FBIAS™ Fact-Based Investment Allocation Strategies for the week ending 10/16/2015
The very big picture:
In the “decades” timeframe, the question of whether we are in a continuing Secular Bear Market that began in 2000 or in a new Secular Bull Market has been the subject of hot debate among economists and market watchers since 2013, when the Dow and S&P 500 exceeded their 2000 and 2007 highs. The Bear proponents point out that the long-term PE ratio (called “CAPE”, for Cyclically-Adjusted Price to Earnings ratio), which has done a historically great job of marking tops and bottoms of Secular Bulls and Secular Bears, did not get down to the single-digit range that has marked the end of Bear Markets for a hundred years, but the Bull proponents say that significantly higher new highs are de-facto evidence of a Secular Bull, regardless of the CAPE. Further confusing the question, the CAPE now has risen to levels that have marked the end of Bull Markets except for times of full-blown market manias. See graph below for the 100-year view of Secular Bulls and Bears.
Even if we are in a new Secular Bull Market, market history says future returns are likely to be modest at best. The CAPE is at 25.7, little changed from the prior week’s 25.6, and approximately at the level reached at the pre-crash high in October, 2007. In fact, since 1881, the average annual returns for all ten year periods that began with a CAPE at this level have been just 3%/yr (see graph below).
This further means that above-average returns will be much more likely to come from the active management of portfolios than from passive buy-and-hold. Although a mania could come along and cause the CAPE to shoot upward from current levels (such as happened in the late 1920’s and the late 1990’s), in the absence of such a mania, buy-and-hold investors will likely have a long wait until the arrival of returns more typical of a rip-snorting Secular Bull Market.
In the big picture:
The “big picture” is the months-to-years timeframe – the timeframe in which Cyclical Bulls and Bears operate. The US Bull-Bear Indicator (see graph below) is at 56.80, up from the prior week’s 53.97, and continues in Cyclical Bull territory. Several of the world’s major markets have entered Bear territory, most notably Germany, China and Brazil, while many of the world’s other markets – including some US indexes – recently visited “correction” territory (10% or more from their highs).
In the intermediate picture:
The intermediate (weeks to months) indicator (see graph below) returned to positive on October 5. The indicator ended the week at 21, up substantially from the prior week’s 15. Separately, the quarter-by-quarter indicator – based on domestic and international stock trend status at the start of each quarter – gave a negative indication on the first day of October for the prospects for the fourth quarter of 2015.
In the Secular (years to decades) timeframe (Figs. 1 & 2 above), whether we are in a new Secular Bull or still in the Secular Bear, the long-term valuation of the market is simply too high to sustain rip-roaring multi-year returns. In the Cyclical (months to years) timeframe (Fig. 3 above), a majority of major equity markets still remain in Cyclical Bull territory, although numerous others have moved to Bear status. In the Intermediate (weeks to months) timeframe (Fig. 4 above), US equity markets are rated as Positive. The quarter-by-quarter indicator gave a negative signal for the 4th quarter: neither US equities nor ex-US equities were in an uptrend at the start of Q4 2015, sufficient to signal a higher likelihood of a down quarter than an up quarter.
In the markets:
The major US benchmarks were mostly up for the week, with the LargeCap S&P 500 index adding to its gains from the previous week, up +0.9% to 2033. The Dow Jones Industrial Average gained 131 points ending the week at 17,215, a rise of +0.77%. The NASDAQ continued its run to regain the 5000-level, up +1.16% to 4886. The SmallCap Russell 2000 diverged from its larger counterparts, ending the week down -0.26%. The Nasdaq remains the only major US index with a gain year-to-date, but the losses have narrowed considerably.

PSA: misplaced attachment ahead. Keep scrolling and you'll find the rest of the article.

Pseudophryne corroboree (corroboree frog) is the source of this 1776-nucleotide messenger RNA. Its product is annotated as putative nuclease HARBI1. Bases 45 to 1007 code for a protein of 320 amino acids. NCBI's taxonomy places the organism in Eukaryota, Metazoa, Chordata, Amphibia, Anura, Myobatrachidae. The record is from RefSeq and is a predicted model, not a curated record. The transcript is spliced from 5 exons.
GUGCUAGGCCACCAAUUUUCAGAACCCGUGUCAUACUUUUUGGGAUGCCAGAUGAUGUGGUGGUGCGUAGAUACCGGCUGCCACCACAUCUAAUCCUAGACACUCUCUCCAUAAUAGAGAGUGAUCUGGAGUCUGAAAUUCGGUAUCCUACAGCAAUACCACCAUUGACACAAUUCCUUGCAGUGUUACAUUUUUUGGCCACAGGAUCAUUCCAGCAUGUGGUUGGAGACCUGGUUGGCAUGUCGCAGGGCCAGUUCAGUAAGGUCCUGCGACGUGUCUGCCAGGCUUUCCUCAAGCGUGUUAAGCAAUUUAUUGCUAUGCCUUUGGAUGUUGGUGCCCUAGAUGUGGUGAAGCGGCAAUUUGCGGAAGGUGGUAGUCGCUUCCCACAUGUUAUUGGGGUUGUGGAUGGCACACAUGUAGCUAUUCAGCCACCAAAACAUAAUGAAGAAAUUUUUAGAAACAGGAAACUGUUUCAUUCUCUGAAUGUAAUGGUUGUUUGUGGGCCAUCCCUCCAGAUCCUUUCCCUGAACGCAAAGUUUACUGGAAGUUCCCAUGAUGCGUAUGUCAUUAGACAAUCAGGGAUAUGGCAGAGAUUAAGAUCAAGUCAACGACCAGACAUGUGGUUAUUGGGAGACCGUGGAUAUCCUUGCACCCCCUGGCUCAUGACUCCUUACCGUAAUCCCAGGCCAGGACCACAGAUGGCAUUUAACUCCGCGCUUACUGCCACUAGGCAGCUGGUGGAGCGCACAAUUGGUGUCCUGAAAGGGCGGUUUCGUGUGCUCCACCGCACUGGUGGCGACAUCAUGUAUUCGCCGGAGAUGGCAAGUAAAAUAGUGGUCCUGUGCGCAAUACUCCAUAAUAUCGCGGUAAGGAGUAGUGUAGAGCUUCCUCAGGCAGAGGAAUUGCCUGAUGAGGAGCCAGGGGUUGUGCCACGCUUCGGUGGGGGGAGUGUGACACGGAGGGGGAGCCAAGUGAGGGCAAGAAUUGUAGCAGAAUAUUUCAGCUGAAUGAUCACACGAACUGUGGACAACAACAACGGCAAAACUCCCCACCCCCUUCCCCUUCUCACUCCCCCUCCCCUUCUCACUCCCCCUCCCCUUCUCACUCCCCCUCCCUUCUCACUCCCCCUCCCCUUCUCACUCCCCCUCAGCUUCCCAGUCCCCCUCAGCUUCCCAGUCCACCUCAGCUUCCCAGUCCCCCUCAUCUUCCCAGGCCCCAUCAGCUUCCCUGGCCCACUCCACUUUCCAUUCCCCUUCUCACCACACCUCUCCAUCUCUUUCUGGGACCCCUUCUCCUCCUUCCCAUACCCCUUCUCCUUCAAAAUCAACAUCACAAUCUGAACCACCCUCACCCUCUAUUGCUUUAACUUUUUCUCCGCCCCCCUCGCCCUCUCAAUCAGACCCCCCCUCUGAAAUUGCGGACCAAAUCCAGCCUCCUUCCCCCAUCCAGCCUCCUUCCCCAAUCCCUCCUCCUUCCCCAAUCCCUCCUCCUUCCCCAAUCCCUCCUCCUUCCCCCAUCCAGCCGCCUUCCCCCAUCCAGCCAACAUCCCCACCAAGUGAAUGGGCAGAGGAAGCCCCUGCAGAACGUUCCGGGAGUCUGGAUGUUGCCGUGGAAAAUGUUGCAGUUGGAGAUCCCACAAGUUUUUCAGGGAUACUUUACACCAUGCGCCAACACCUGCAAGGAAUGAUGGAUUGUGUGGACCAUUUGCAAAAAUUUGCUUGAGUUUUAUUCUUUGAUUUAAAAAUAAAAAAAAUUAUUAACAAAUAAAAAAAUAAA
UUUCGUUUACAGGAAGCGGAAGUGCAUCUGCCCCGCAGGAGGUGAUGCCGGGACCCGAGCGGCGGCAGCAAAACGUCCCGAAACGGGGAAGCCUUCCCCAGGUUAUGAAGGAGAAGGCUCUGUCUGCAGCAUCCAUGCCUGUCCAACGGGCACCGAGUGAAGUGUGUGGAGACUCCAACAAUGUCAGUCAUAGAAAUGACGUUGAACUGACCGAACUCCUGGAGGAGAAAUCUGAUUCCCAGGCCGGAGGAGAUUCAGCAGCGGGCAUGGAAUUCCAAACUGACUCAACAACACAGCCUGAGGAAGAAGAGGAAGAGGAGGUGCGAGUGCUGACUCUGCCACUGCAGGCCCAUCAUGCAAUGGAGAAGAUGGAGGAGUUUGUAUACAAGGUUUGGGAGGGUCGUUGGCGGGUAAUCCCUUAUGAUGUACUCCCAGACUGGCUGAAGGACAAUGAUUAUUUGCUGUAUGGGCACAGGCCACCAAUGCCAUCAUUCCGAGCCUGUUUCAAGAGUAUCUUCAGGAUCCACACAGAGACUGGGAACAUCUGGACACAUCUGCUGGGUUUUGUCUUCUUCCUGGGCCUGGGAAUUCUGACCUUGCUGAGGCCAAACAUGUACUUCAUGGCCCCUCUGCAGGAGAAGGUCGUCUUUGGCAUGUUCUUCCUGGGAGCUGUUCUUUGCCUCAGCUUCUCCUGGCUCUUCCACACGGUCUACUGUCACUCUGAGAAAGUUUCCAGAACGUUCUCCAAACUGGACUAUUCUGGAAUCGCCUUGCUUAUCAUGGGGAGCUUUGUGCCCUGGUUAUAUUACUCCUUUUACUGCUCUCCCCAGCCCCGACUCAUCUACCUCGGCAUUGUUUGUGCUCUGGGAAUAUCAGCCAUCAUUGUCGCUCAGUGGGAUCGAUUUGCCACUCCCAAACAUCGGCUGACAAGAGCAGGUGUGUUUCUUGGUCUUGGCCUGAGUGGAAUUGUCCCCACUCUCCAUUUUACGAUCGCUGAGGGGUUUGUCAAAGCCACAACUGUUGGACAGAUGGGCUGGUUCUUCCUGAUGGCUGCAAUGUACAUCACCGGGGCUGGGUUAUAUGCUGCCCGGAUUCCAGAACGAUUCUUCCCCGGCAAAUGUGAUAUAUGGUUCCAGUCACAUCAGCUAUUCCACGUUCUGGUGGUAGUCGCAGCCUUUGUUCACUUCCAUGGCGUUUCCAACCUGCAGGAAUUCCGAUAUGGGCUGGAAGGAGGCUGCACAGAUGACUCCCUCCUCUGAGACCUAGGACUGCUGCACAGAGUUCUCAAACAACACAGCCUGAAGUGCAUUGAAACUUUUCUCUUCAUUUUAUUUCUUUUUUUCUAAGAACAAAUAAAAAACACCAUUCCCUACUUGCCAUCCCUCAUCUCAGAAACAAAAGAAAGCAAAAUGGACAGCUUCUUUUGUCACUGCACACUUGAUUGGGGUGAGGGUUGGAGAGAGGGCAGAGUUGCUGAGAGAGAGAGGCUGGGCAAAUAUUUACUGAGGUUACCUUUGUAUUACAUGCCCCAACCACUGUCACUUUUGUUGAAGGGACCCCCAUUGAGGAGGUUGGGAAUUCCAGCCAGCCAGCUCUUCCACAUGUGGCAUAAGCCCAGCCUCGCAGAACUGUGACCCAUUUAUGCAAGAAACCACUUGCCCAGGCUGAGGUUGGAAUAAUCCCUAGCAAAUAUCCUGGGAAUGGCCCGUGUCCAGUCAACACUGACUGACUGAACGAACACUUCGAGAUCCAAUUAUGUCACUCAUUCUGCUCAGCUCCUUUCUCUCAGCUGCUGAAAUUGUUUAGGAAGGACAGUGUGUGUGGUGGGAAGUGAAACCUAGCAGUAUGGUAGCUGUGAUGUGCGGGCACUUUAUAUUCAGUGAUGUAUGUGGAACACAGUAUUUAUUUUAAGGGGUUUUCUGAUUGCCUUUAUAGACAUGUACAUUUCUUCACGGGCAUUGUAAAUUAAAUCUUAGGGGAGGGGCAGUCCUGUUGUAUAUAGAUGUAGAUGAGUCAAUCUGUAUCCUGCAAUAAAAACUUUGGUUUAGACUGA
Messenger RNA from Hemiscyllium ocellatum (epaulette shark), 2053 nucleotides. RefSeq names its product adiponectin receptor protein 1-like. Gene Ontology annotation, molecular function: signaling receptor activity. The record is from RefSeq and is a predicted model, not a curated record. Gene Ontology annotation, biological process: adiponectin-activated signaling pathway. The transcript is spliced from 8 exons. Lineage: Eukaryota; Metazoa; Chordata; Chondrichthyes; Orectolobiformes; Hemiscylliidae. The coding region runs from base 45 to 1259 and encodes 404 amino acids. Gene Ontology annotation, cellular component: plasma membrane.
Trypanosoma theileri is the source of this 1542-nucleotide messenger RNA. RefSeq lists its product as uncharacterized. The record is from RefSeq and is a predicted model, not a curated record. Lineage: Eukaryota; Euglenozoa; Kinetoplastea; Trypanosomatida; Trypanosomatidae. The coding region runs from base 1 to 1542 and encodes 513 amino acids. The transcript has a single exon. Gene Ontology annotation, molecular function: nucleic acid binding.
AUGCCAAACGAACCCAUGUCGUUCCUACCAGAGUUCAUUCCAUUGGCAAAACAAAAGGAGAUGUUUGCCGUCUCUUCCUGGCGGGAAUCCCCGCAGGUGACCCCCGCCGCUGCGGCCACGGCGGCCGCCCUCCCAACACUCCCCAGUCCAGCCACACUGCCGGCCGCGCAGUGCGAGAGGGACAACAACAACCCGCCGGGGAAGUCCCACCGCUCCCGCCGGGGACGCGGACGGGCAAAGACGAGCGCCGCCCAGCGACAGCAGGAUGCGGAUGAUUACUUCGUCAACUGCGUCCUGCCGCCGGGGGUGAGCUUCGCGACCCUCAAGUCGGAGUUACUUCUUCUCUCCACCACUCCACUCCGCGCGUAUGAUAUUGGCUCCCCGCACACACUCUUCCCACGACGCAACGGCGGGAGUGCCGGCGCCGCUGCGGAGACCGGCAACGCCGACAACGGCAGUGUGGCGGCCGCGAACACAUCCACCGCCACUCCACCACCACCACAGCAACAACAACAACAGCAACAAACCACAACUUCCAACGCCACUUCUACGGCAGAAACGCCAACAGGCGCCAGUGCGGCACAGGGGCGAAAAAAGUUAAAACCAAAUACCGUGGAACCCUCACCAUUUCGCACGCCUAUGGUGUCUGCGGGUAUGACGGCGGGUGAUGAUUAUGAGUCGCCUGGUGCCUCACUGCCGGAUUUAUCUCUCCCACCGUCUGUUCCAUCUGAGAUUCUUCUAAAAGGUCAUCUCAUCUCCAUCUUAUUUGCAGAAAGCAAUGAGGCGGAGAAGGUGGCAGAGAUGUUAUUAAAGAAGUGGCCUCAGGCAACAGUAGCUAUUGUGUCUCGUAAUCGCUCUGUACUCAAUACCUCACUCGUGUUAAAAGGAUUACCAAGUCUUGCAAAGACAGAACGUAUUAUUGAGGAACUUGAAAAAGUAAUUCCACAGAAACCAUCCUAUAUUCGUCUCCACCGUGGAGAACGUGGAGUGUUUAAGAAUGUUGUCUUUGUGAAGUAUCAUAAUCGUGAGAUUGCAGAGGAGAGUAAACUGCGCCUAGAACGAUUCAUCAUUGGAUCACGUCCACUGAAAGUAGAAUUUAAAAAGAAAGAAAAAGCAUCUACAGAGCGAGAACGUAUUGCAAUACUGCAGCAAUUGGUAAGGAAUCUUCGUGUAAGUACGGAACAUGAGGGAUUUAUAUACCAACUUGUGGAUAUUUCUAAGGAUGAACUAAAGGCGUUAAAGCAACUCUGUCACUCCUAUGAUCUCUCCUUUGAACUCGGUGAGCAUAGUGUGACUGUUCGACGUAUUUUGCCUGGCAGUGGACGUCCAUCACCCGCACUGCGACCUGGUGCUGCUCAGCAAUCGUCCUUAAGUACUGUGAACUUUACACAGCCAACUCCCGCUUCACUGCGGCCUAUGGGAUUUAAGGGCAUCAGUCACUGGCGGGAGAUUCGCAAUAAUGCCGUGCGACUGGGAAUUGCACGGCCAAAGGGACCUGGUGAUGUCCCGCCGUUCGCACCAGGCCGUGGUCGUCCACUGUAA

In international markets, weakness prevailed in most European markets, while gains were the rule in Asia. Canada’s TSX declined -0.9%, the United Kingdom’s FTSE gave up -0.59%, and Germany’s DAX was nearly flat up +0.08%. China’s Shanghai Stock Exchange surged +6.54% and Hong Kong’s Hang Seng gained +2.7%. But South America continued to show weakness with Brazil’s Bovespa index plunging -4.26%.
In commodities, Gold had its second week of gains, up +$21.80 to $1177.40 an ounce. Silver had its third week of gains, up +1.33% to $16.03 an ounce. The industrial metal copper pulled back slightly from last week’s large gain, down -0.74%. A barrel of West Texas Intermediate crude oil declined -3.56% to $47.73 a barrel.
In US economic news, new unemployment claims fell 7,000 to 255,000 last week, matching July’s 42-year low. Analysts had expected 270,000 claims. The numbers seem to indicate a continued tightening in the labor market, but actual hiring activity has been tepid, leaving net job growth fairly weak. There were 5.4 million job openings in August, down from the all-time high reading of 5.7 million in July. Hires rose slightly to 5.08 million, quits also increased slightly. Counterintuitively, economists consider higher numbers of “quits” to be a good thing – it is a sign that workers are more confident they’ll find another job.
Consumer prices dropped the most in 8 months as prices slipped -0.2% last month compared to August. Energy fell -4.7%, and is -18.4% versus a year earlier. The core CPI, which excludes food and energy, rose +0.2%. The total CPI was unchanged versus a year earlier, while core CPI was up +1.9% versus last year. The core CPI is getting close to the Federal Reserve’s 2% target, but policymakers have been hinting that rate hikes are off the table for the remainder of 2015.
US exports fell -6.2% for August versus a year earlier, the fastest decline since 2009. Manufacturing has been hit especially hard according to recent activity gauges that have shown stagnation or outright decline. Caterpillar announced huge layoffs last week as it faces weak demand for its heavy-construction and mining equipment. DuPont also referred to overseas weakness in its earnings warning. U.S. exports are not alone–China’s exports fell -5.5% versus a year earlier and South Korea suffered a -14.9% plunge. The strong dollar has had the dual effect of stifling demand for U.S. goods and making other countries’ trade look weak in dollar terms. Whether it has triggered a manufacturing recession is not yet known, but is increasingly discussed as a real possibility.